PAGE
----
Making, Probing, and Understanding Two-Dimensional Quantum Turbulence

Marsden Fund (Wellington) grant#UOO1726 (2018-2021), CI Dr Ashton Bradley, PIs Dr Tyler W Neely and Prof. Brian P Anderson (University of Arizona). 

Fluid turbulence subtly shapes our daily existence — we are living in it. It also plays a dominant role in many applied settings including the design of air and water craft, and the prediction of extreme weather events. Yet fluid turbulence remains poorly understood, even though many of its features are universal, appearing in similar forms for a wide range of fluids, and on very different length scales.
In a flattened quantum fluid made of atomic Bose-Einstein condensate, turbulence is stripped down to its bare essentials: the chaotic interaction of tiny quantum whirlpools moving in only two dimensions. Bose-Einstein condensates also offer a promising pathways for studying turbulence due to their precise experimental control and clear theoretical description. While recent advances in manipulation and imaging enable new routes to creating and understanding turbulence in quantum fluids, fully-developed planar quantum turbulence has yet to be observed in nature. We will develop theoretical tools for making, probing, and understanding fully developed two-dimensional quantum turbulence, with close ties to experiments designed to realise these chaotic quantum states. The outcomes of this work will reveal generic features of fluid turbulence, and exotic behaviour unique to fluids obeying the principles of quantum mechanics.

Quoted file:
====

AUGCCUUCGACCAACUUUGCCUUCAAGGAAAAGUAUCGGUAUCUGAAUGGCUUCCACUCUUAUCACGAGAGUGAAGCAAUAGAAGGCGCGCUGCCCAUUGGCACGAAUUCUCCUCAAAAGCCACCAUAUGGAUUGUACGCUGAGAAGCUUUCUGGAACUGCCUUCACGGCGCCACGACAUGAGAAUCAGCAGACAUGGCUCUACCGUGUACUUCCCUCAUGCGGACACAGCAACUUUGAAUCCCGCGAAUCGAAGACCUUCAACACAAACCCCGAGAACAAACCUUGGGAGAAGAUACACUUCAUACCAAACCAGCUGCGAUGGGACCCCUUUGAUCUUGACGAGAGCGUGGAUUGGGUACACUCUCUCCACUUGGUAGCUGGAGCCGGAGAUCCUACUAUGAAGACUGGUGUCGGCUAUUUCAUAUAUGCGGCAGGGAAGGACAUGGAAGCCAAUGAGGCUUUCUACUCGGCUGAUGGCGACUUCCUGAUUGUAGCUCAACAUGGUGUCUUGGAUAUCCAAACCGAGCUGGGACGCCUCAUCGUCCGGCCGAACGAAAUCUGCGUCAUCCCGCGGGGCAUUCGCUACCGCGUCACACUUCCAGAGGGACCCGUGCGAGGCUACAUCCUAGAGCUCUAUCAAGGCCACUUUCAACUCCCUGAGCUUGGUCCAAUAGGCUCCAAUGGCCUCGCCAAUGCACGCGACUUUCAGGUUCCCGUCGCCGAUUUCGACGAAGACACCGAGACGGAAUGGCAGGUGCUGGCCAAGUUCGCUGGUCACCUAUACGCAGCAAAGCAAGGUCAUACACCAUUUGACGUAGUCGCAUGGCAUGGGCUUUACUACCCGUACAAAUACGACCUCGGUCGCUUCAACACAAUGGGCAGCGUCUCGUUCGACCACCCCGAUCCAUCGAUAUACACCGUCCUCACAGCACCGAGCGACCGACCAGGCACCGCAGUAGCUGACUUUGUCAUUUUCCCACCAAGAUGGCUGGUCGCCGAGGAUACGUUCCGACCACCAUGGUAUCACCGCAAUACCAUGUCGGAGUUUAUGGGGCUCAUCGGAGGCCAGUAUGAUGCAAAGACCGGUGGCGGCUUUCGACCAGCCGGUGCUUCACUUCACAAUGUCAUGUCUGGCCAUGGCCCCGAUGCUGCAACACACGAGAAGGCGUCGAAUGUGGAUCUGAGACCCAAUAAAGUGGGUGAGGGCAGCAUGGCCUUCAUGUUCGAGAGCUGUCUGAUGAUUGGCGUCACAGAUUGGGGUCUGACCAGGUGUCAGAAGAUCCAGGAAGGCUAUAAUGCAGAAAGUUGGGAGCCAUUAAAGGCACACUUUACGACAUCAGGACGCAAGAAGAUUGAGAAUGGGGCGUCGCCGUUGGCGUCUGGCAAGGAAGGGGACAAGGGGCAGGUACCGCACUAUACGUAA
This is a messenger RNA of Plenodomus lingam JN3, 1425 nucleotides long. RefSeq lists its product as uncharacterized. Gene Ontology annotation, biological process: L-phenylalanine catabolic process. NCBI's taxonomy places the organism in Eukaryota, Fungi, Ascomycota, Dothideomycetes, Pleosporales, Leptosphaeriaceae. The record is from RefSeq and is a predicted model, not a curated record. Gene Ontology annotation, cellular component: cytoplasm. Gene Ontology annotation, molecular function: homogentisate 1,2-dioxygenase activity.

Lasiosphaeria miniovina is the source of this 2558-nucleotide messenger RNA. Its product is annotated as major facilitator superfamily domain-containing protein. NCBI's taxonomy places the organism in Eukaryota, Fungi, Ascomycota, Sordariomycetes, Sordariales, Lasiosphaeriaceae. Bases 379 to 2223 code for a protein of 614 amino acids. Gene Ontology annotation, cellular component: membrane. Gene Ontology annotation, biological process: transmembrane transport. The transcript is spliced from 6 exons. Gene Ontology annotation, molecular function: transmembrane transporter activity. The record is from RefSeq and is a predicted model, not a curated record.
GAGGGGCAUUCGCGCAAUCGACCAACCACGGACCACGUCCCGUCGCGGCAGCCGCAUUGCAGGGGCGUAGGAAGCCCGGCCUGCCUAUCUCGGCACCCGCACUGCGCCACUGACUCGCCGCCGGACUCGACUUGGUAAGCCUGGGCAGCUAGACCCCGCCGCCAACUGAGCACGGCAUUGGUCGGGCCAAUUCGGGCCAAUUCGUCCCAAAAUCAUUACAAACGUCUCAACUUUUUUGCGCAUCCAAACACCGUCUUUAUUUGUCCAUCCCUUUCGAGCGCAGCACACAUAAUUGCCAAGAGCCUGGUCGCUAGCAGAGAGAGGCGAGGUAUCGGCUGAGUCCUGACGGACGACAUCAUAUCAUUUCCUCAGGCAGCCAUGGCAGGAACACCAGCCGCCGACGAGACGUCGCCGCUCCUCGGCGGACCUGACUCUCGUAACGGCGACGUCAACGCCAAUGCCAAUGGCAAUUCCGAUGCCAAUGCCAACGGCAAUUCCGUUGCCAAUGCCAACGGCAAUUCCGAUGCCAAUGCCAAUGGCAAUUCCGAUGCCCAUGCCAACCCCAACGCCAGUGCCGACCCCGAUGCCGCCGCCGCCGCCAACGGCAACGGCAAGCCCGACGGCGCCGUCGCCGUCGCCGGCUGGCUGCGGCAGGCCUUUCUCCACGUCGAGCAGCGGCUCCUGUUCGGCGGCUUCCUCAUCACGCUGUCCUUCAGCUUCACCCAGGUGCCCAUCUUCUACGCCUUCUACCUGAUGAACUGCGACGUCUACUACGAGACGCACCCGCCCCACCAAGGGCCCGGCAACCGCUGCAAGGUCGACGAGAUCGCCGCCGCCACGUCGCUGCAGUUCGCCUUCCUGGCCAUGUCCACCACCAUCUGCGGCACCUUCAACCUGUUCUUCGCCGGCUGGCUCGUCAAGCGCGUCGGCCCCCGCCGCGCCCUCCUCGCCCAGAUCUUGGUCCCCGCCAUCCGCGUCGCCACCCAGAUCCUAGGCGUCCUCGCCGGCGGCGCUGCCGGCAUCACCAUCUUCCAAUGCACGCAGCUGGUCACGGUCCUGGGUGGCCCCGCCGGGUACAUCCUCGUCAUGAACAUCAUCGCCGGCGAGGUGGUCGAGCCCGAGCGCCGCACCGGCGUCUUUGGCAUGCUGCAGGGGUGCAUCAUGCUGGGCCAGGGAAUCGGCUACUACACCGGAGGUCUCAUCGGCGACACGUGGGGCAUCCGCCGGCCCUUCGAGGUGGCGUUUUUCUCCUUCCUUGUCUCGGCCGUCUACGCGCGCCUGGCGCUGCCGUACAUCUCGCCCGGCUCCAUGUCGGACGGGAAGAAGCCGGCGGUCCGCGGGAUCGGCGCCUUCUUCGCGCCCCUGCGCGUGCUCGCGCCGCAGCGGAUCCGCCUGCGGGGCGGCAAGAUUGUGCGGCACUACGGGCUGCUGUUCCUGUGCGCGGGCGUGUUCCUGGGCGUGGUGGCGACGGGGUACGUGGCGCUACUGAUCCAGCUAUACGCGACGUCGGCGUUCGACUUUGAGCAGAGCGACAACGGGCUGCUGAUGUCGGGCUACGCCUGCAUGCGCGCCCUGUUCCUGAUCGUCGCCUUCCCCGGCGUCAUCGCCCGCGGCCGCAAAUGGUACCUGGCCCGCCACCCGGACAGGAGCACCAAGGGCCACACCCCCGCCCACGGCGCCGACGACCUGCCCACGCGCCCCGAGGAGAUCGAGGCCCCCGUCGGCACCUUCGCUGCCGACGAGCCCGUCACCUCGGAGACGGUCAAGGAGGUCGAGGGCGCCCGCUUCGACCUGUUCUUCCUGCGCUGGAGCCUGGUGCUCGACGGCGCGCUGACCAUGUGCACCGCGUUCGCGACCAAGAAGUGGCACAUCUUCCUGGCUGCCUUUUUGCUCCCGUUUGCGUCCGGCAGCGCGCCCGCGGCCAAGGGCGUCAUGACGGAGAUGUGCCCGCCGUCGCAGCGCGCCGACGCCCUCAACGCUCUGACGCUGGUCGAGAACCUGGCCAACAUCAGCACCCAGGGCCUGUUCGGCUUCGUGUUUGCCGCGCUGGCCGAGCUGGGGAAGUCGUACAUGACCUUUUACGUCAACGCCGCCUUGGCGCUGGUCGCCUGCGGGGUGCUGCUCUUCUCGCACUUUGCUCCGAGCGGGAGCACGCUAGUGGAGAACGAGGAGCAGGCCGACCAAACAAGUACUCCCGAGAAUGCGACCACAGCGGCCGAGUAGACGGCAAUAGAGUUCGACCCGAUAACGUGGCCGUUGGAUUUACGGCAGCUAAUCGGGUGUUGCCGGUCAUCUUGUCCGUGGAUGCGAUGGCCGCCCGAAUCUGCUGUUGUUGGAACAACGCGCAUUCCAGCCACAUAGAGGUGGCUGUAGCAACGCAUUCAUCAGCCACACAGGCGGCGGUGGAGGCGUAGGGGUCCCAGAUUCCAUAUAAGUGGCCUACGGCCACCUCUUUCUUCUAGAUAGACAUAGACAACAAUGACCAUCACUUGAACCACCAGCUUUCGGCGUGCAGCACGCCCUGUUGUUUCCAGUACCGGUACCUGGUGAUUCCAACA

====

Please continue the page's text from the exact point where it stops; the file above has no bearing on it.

Rubinsztein-Dunlop Halina et al, 2017
Journal of Optics, 19, 1, pp. 13001

Structured light refers to the generation and application of custom light fields. As the tools and technology to create and detect structured light have evolved, steadily the applications have begun to emerge.

Tyler Neely
Research fellow
Prof Halina Rubinsztein-Dunlop
Chief Investigator, Professor
Research Fellow
Matthew Davis
Chief Investigator, Professor